Ten years ago, on February 26th, a young Black man—17-year-old Trayvon Martin—was fatally shot in Sanford, Florida while innocently walking back to his dad’s girlfriend’s home. During that walk, he was spotted by George Zimmerman, a neighborhood watch volunteer. Zimmerman believed Martin was acting suspiciously. The two got into an altercation and Trayvon—who was unarmed—was killed. He was 17. (Zimmerman was eventually acquitted of second-degree murder in 2013.)
It was a shot heard around the world—sparking the Black Lives Matter movement and igniting a new era in civil rights that continues to grow today. It also made activists out of Martin’s parents, Sybrina Fulton and Tracy Martin.
Since Trayvon’s death, both parents have been dedicated to transforming tragedy into social change. They work to make a difference through the #BlackLivesMatter movement and the Trayvon Martin Foundation.
“#BlackLivesMatter was more than the signatory hashtag that became a love letter to Black folks” Fulton wrote in an opinion piece for USA Today. “It reminded us that despite the oppressive systems we face and the repeated injustices we are dealt through criminal legal systems, we still matter. This affirmation challenged millions of people all around the world to stand up and lift not only Trayvon’s name but also say the names of so many who have been killed.”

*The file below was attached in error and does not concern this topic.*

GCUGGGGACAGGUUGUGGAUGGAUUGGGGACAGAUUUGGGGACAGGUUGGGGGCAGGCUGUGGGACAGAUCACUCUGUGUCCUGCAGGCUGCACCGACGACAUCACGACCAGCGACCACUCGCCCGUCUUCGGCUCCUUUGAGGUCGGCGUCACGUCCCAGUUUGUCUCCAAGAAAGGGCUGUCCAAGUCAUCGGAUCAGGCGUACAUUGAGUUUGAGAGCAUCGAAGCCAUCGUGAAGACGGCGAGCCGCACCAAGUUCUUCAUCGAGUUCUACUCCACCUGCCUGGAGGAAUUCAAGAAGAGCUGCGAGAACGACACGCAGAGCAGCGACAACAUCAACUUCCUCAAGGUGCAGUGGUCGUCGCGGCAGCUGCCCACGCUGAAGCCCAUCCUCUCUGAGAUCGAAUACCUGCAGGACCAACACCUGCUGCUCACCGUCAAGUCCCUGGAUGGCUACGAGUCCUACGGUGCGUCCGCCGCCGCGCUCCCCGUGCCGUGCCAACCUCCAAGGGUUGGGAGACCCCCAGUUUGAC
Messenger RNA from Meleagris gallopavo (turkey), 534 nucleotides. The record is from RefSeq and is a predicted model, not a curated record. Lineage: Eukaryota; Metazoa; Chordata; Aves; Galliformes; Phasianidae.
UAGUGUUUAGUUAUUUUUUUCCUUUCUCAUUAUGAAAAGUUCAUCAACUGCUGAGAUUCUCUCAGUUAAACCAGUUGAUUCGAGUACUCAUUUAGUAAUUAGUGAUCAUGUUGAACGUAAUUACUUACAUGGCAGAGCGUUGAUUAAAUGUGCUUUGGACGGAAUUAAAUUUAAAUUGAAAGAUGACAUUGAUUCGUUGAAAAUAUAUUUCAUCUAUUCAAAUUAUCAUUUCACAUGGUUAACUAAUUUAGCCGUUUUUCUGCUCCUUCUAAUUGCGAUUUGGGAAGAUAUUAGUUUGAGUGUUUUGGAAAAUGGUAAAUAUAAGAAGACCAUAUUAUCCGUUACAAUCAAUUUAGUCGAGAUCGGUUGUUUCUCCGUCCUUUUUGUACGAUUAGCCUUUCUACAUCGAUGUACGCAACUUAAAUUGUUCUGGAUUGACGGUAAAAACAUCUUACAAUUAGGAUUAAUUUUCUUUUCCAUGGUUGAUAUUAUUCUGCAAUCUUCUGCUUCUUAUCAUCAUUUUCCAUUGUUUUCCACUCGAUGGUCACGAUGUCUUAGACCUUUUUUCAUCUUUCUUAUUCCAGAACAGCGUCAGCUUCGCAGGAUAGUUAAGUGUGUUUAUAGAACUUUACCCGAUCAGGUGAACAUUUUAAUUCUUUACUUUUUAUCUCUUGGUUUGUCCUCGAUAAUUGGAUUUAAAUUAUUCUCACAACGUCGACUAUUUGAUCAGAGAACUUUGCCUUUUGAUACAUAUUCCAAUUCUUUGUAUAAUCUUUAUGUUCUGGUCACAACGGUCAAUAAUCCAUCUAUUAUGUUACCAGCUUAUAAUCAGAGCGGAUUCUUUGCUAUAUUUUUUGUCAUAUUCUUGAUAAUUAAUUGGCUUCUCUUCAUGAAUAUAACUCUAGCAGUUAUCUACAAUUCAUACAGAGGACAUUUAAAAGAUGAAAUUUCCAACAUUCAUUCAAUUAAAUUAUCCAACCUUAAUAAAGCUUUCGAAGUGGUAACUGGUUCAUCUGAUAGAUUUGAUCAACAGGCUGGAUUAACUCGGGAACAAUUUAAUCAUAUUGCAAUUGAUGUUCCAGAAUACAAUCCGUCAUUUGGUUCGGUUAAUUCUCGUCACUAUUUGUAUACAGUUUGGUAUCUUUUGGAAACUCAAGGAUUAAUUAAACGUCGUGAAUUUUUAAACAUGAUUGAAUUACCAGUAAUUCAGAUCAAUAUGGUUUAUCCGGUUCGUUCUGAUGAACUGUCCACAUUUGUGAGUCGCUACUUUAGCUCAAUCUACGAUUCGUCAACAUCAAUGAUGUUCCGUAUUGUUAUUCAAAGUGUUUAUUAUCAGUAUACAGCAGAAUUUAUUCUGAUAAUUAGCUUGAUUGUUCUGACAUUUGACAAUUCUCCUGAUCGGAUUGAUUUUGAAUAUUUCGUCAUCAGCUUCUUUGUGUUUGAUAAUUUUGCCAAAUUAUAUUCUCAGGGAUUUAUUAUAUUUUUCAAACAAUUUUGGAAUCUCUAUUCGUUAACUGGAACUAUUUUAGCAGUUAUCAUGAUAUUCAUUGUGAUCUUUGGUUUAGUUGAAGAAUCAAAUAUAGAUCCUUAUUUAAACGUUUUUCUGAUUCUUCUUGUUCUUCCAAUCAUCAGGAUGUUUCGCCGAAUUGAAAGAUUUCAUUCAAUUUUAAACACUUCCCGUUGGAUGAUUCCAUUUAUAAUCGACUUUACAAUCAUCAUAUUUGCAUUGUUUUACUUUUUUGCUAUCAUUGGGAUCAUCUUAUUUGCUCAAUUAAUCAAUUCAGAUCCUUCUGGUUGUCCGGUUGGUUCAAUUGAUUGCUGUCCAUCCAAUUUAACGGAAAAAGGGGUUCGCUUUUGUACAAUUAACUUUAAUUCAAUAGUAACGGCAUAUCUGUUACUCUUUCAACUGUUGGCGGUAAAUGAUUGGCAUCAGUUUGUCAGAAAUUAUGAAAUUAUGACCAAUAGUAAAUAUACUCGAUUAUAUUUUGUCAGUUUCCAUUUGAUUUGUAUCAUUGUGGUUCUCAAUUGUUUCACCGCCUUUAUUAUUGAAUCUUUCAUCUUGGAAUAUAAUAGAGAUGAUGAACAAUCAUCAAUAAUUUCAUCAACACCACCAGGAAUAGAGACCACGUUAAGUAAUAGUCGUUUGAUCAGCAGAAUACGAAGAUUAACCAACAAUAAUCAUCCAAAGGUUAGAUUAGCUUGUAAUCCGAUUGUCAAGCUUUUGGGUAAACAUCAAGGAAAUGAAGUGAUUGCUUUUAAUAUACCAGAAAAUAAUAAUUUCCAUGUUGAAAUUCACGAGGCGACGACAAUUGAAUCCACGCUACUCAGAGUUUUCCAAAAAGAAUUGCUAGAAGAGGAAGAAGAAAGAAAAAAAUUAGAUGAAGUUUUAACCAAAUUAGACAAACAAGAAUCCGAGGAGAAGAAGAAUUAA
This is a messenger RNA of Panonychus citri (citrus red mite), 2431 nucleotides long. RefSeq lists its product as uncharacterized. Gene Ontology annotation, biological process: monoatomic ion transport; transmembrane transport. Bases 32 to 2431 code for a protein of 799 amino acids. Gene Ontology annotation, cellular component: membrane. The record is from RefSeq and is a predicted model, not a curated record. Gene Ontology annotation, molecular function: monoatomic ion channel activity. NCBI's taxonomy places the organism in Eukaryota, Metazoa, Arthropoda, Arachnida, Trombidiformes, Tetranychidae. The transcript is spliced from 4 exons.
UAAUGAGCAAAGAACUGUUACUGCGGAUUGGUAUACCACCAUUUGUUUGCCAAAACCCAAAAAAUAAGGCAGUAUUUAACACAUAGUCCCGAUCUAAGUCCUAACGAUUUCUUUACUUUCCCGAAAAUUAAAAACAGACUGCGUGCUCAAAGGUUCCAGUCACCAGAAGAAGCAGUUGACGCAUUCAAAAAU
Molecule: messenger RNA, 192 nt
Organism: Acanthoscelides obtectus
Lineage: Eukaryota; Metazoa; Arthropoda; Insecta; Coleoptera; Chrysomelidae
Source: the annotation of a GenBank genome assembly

“His story is written. Trayvon is in the history books. … Just knowing that he galvanized the country and that he’s etched in the fabric of America, it means a lot,” said Martin at a rally in Miami on Feb. 5. “I think that, you know, he’s brought awareness. Certainly, he’s opened up the eyes of many people with injustices that occur in pockets that we don’t really know about.”
Last year, the pair published a book about their son—Rest in Power: The Enduring Life of Trayvon Martin. It shares the intimate story of a tragically foreshortened life and the rise of a movement that awoke a nation’s conscience. They are both also speakers for APB, sharing their powerful message with everyone from colleges and legal professionals to community and family organizations, and all other proponents of social justice.
“But we still got a long way to go,” Martin added at the rally. “And it’s going to take … more than one community to make change. It’s going to take a diversified community. It’s going to take all of us to work together.”